Feds announce plan to revise effective offshore well-safety rule

Apr 27, 2018

The U.S. Department of the Interior proposed revising a well-safety rule just one week after the eighth anniversary of the BP Deepwater Horizon tragedy that led to the rule's implementation.

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Weakening of the rule would endanger workers, raise risk of major oil spills

Just one week after the eighth anniversary of the deadly BP Deepwater Horizon catastrophe, the U.S. Department of the Interior today proposed revising an offshore well-control rule that prevents blowouts. This rule was put in place by the Obama administration after BP’s disastrous April 2010 well blowout in the Gulf of Mexico which could not be controlled for 87 days.

In response, The Wilderness Society issued the following statement from Lois Epstein, an Alaska-licensed engineer and Arctic program director for the organization. She also served on the offshore technical committee established by Interior after the Deepwater Horizon tragedy:

“Thanks to the existing rule, incidents involving loss of well control have fallen from eight in 2013 to zero last year. The rule works, and is vital to safer offshore operations. Weakening it would not only increase the risk of environmental disaster—it could cost lives.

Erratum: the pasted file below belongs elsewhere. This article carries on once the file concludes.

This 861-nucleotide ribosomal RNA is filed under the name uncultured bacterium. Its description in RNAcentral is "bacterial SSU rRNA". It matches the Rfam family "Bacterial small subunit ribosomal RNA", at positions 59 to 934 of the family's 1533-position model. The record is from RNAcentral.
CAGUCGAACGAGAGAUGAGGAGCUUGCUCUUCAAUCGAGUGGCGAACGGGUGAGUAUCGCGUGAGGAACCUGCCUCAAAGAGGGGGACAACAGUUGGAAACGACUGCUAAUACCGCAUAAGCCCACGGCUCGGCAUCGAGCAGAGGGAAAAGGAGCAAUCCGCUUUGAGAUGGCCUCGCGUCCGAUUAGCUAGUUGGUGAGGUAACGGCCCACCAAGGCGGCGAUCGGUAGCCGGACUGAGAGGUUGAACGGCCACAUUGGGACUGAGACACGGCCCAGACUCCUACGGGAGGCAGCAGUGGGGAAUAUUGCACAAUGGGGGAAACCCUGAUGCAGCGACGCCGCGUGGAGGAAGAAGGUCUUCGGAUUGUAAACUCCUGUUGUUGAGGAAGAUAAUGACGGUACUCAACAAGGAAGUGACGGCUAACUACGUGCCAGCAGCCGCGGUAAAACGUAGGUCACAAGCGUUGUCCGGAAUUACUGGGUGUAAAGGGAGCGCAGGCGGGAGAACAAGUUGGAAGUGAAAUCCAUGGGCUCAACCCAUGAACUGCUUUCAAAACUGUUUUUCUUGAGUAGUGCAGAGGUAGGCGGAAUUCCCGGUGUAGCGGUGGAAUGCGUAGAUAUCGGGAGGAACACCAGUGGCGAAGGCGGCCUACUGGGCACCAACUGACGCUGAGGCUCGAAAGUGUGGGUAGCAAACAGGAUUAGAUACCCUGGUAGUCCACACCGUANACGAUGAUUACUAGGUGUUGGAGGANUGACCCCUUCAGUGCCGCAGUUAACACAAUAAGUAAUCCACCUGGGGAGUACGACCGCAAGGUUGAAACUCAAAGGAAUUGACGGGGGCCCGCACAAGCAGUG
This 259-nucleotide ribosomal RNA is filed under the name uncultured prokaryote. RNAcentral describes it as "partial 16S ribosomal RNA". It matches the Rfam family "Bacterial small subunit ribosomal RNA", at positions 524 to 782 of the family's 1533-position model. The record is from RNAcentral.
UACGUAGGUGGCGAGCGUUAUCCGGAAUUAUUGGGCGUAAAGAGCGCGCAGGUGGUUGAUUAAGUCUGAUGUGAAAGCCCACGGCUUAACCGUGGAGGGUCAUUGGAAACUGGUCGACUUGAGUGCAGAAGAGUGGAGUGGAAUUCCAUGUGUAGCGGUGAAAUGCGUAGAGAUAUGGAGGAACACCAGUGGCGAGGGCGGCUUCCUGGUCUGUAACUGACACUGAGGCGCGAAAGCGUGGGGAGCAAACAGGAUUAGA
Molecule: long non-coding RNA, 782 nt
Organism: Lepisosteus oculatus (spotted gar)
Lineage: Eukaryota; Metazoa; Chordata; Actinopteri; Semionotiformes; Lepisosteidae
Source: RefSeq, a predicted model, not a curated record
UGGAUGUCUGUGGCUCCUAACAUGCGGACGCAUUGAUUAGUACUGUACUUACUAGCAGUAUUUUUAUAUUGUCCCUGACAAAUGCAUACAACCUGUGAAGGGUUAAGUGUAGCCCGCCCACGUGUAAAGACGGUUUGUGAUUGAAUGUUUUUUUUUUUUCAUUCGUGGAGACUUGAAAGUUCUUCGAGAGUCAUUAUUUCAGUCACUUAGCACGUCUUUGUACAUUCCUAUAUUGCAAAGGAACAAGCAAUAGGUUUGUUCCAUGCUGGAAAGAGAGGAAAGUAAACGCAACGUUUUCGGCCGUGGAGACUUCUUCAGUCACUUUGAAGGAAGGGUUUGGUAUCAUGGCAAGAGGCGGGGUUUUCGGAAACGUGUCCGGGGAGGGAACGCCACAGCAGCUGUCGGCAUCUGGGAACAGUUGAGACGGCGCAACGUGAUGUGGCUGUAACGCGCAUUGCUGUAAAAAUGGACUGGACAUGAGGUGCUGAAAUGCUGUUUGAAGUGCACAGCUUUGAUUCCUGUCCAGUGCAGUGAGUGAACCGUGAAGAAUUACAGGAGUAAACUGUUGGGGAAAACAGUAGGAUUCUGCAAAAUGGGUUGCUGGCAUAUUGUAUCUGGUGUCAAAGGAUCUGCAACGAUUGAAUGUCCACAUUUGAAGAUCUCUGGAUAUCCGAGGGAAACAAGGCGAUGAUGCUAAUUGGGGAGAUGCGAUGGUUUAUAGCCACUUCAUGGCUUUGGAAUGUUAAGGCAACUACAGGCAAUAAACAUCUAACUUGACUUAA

“This is a prime example of the Trump administration caving into pressure from the oil industry’s worst operators,” Epstein added. “Rules shouldn’t be changed just because they were written by the previous administration, and it is irresponsible for the Interior Department to chip away at protections for workers and the environment.”

 

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The Wilderness Society is the leading conservation organization working to protect wilderness and inspire Americans to care for our wild places. Founded in 1935, and now with more than one million members and supporters, The Wilderness Society has led the effort to permanently protect 109 million acres of wilderness and to ensure sound management of our shared national lands. www.wilderness.org.    

 

 

 

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